Price: 800 MSP ($10)
Fable: Heroes Review
When we put Fable: Heroes on our list of games that we were worried about in May, we had good reason. Putting a cartoony, 4 player co-op spin on an already established M-rated, single-player series was a risky move and we were worried that it wouldn’t pay off. Sadly, we were right.
To understand just what Fable: Heroes is, you have to completely forget everything you know about the Fable universe. Sure, there will be familiar city names and enemies, but that’s it. This game is not a fully immersive 3D adventure that has you starting as a child and slowly levelling into an adult. Instead, the game is a 4-player hack ‘n slash, similar to Castle Crashers, played in very linear and narrow corridors throughout a very short adventure.
Just how short? In order to simply get to the credits of the game, you need to only beat 6 levels that last 10-15 minutes on the overly easy ‘normal’ mode. Sure, each level has two different areas where you can choose to finish off each of them in (either a boss or mini-game), which does increase replay value, but I never wanted to revisit any of the environments of the game and you really don’t have to because of Dark Albion.
Upon beating the credits level (yes, it’s actually a level), Dark Albion unlocks and it is the exact same thing as regular Albion, just dark. There aren’t any new levels or anything, just tougher versions of the previous levels. Enemies will appear in greater number and have tougher attacks, yet even with that, the game is still a cake walk on the hardest difficulty as long as your teammates are competent. Because Dark Albion is a carbon copy of Albion, you can easily choose the level ending you missed the first time, but it is the same boss battle with a different enemy (he stays put, you dodge his attacks) and mini-game that have you racing a car or boat (just hit X or A really fast) every single time.
As you travel through all of the levels, you will notice just how tedious and boring the gameplay is. It never evolves past anything other than a basic hack ‘n slash and while you can choose between various puppets who can cast magic, swing a sword, or wield a hammer, you only have three attacks per character. Your basic weak attack, a very slow stronger attack, and an area attack that will take away one heart from your small heart health bar. Aside from very crowded enemy areas, I never used the area attack because being punished for using something that doesn’t do a ton of damage is just wrong.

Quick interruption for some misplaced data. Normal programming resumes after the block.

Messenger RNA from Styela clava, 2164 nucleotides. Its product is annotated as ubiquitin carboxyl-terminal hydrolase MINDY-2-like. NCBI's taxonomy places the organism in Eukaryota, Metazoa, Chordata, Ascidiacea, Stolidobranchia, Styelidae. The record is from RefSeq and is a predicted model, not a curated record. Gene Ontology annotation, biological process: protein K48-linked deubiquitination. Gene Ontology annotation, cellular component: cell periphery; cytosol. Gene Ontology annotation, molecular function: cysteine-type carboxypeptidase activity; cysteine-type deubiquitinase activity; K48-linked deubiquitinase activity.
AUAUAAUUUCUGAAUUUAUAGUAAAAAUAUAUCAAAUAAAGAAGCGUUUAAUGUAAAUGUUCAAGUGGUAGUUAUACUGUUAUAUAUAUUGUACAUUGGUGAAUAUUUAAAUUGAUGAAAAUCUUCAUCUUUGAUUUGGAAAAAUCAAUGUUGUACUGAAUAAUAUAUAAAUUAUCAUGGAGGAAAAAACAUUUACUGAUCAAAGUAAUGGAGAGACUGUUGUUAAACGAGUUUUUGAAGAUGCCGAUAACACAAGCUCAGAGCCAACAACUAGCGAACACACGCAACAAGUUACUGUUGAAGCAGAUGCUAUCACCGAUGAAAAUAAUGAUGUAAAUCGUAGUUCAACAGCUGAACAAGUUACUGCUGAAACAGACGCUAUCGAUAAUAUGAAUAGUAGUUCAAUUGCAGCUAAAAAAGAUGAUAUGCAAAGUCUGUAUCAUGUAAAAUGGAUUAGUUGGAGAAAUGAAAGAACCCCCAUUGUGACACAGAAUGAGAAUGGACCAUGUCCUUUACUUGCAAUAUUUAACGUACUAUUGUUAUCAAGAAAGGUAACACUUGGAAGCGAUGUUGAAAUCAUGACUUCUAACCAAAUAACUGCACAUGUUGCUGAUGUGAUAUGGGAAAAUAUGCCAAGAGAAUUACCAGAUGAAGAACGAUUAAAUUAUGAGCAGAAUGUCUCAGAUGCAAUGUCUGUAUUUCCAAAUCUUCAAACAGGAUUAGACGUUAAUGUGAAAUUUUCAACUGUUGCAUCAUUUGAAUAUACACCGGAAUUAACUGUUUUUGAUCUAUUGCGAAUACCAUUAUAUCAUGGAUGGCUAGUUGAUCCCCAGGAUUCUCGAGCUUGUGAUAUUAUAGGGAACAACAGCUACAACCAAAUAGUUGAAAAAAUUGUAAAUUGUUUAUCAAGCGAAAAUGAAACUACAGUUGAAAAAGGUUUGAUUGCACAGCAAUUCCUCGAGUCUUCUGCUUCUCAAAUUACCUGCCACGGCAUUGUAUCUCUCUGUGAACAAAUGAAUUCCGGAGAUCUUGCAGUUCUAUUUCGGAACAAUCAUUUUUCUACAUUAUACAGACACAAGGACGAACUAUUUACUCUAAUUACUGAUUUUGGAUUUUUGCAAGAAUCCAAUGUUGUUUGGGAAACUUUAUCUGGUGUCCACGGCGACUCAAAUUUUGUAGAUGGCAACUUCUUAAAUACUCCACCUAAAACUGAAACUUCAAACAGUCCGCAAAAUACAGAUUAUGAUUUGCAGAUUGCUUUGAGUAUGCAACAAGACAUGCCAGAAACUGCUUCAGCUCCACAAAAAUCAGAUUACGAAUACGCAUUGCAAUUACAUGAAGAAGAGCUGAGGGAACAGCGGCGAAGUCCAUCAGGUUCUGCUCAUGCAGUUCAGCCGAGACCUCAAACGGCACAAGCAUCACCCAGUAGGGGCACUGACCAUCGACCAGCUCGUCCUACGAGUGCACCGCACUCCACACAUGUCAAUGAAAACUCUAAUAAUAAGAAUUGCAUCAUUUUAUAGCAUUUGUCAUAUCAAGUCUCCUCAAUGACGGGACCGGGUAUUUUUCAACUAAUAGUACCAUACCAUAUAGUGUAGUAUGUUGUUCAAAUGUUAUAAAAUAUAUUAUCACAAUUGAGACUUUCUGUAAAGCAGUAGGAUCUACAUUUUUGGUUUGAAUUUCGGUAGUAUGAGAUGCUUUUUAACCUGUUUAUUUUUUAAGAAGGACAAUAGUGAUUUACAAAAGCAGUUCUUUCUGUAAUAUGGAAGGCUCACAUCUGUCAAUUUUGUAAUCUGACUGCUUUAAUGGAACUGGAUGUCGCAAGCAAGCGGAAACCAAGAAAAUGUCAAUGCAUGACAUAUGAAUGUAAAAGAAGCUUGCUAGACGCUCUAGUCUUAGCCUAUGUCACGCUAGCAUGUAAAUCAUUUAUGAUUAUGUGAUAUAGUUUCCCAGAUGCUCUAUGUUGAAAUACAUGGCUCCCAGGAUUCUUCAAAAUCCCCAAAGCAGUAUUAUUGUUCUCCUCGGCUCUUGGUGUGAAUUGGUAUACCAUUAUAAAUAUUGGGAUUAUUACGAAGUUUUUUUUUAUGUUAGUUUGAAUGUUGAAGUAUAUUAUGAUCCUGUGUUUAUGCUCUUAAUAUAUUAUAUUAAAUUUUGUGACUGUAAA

When you do finally kill the enemies, coins will pop up, ready for anyone of the up to 4 players to snatch. Only problem is, the coins disappear very quickly, meaning that you have to roll around the battlefield and collect coins, while getting yelled at by the other people playing with you because you ‘stole their coins’. After beating the level and banking your coins, you then use them to level up your character in a very random power-up screen.
Instead of just being able to select what you want to increase on your character, you have to travel around a board, roll a die, and hope you land on a good square. If not, well too bad. Play another level and hope for the best. It truly was frustrating to miss a square you needed because of a bad dice roll and what’s worse is that you have to unlock more board pieces by completing achievements. So, in order to increase the size of the small board, you have to go out of your way to beat certain mini-games in a specific amount of time.
Despite all of the issues of Fable: Heroes, it is a fully functional online/offline 4 player co-op experience that younger audiences will get some fun out of, if only for the bright graphics and catchy music. For everyone else though, those problems will be too frustrating and I suggest picking up the far superior Castle Crashers, or if you want a little bit of tower defense, nab the insanely fun Dungeon Defenders.
Fable: Heroes was reviewed with a copy provided by Microsoft.